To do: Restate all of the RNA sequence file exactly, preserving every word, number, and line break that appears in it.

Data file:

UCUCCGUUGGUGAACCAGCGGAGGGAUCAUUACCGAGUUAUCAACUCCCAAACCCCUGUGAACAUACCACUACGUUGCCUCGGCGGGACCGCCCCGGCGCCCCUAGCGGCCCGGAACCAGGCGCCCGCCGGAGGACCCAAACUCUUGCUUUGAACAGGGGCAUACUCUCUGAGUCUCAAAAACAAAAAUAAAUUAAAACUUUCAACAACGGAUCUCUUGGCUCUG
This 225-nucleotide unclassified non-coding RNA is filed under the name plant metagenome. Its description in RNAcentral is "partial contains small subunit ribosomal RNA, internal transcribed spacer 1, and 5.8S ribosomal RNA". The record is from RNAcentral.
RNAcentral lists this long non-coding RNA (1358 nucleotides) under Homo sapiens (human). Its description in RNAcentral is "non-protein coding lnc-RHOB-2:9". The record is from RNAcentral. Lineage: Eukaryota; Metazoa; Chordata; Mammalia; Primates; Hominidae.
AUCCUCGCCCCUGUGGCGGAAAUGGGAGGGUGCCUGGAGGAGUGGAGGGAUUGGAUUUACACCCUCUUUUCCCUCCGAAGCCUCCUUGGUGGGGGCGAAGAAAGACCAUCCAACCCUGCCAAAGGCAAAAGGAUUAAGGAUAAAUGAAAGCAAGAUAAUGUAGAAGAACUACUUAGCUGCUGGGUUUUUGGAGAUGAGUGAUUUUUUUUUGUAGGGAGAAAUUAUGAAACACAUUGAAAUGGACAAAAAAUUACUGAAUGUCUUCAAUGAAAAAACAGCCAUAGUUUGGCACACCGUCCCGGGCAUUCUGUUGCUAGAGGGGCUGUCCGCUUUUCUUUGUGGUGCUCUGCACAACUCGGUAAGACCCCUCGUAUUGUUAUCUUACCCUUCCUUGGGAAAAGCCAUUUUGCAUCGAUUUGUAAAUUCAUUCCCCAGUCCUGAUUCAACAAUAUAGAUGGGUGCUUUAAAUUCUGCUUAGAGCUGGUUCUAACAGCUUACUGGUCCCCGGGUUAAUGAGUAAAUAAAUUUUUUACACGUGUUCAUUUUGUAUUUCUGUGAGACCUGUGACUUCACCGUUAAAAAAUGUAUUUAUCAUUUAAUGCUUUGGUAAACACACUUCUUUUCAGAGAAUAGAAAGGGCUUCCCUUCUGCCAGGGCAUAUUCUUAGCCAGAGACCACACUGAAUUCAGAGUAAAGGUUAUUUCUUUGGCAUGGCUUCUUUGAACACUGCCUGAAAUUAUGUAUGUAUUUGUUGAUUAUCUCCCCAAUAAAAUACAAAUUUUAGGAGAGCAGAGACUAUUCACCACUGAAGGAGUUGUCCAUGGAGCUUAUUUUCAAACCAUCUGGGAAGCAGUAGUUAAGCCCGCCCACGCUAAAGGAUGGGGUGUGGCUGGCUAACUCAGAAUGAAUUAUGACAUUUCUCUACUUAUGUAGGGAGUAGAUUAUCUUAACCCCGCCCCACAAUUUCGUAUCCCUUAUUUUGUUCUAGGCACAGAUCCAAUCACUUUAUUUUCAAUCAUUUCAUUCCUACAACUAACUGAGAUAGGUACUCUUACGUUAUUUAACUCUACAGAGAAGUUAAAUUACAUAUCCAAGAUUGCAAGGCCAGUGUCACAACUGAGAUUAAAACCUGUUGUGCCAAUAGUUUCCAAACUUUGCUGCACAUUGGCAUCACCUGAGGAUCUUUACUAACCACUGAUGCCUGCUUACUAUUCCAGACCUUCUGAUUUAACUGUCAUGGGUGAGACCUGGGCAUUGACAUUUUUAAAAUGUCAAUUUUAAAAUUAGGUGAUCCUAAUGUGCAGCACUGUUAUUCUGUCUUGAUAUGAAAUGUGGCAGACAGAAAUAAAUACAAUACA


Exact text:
UCUCCGUUGGUGAACCAGCGGAGGGAUCAUUACCGAGUUAUCAACUCCCAAACCCCUGUGAACAUACCACUACGUUGCCUCGGCGGGACCGCCCCGGCGCCCCUAGCGGCCCGGAACCAGGCGCCCGCCGGAGGACCCAAACUCUUGCUUUGAACAGGGGCAUACUCUCUGAGUCUCAAAAACAAAAAUAAAUUAAAACUUUCAACAACGGAUCUCUUGGCUCUG
This 225-nucleotide unclassified non-coding RNA is filed under the name plant metagenome. Its description in RNAcentral is "partial contains small subunit ribosomal RNA, internal transcribed spacer 1, and 5.8S ribosomal RNA". The record is from RNAcentral.
RNAcentral lists this long non-coding RNA (1358 nucleotides) under Homo sapiens (human). Its description in RNAcentral is "non-protein coding lnc-RHOB-2:9". The record is from RNAcentral. Lineage: Eukaryota; Metazoa; Chordata; Mammalia; Primates; Hominidae.
AUCCUCGCCCCUGUGGCGGAAAUGGGAGGGUGCCUGGAGGAGUGGAGGGAUUGGAUUUACACCCUCUUUUCCCUCCGAAGCCUCCUUGGUGGGGGCGAAGAAAGACCAUCCAACCCUGCCAAAGGCAAAAGGAUUAAGGAUAAAUGAAAGCAAGAUAAUGUAGAAGAACUACUUAGCUGCUGGGUUUUUGGAGAUGAGUGAUUUUUUUUUGUAGGGAGAAAUUAUGAAACACAUUGAAAUGGACAAAAAAUUACUGAAUGUCUUCAAUGAAAAAACAGCCAUAGUUUGGCACACCGUCCCGGGCAUUCUGUUGCUAGAGGGGCUGUCCGCUUUUCUUUGUGGUGCUCUGCACAACUCGGUAAGACCCCUCGUAUUGUUAUCUUACCCUUCCUUGGGAAAAGCCAUUUUGCAUCGAUUUGUAAAUUCAUUCCCCAGUCCUGAUUCAACAAUAUAGAUGGGUGCUUUAAAUUCUGCUUAGAGCUGGUUCUAACAGCUUACUGGUCCCCGGGUUAAUGAGUAAAUAAAUUUUUUACACGUGUUCAUUUUGUAUUUCUGUGAGACCUGUGACUUCACCGUUAAAAAAUGUAUUUAUCAUUUAAUGCUUUGGUAAACACACUUCUUUUCAGAGAAUAGAAAGGGCUUCCCUUCUGCCAGGGCAUAUUCUUAGCCAGAGACCACACUGAAUUCAGAGUAAAGGUUAUUUCUUUGGCAUGGCUUCUUUGAACACUGCCUGAAAUUAUGUAUGUAUUUGUUGAUUAUCUCCCCAAUAAAAUACAAAUUUUAGGAGAGCAGAGACUAUUCACCACUGAAGGAGUUGUCCAUGGAGCUUAUUUUCAAACCAUCUGGGAAGCAGUAGUUAAGCCCGCCCACGCUAAAGGAUGGGGUGUGGCUGGCUAACUCAGAAUGAAUUAUGACAUUUCUCUACUUAUGUAGGGAGUAGAUUAUCUUAACCCCGCCCCACAAUUUCGUAUCCCUUAUUUUGUUCUAGGCACAGAUCCAAUCACUUUAUUUUCAAUCAUUUCAUUCCUACAACUAACUGAGAUAGGUACUCUUACGUUAUUUAACUCUACAGAGAAGUUAAAUUACAUAUCCAAGAUUGCAAGGCCAGUGUCACAACUGAGAUUAAAACCUGUUGUGCCAAUAGUUUCCAAACUUUGCUGCACAUUGGCAUCACCUGAGGAUCUUUACUAACCACUGAUGCCUGCUUACUAUUCCAGACCUUCUGAUUUAACUGUCAUGGGUGAGACCUGGGCAUUGACAUUUUUAAAAUGUCAAUUUUAAAAUUAGGUGAUCCUAAUGUGCAGCACUGUUAUUCUGUCUUGAUAUGAAAUGUGGCAGACAGAAAUAAAUACAAUACA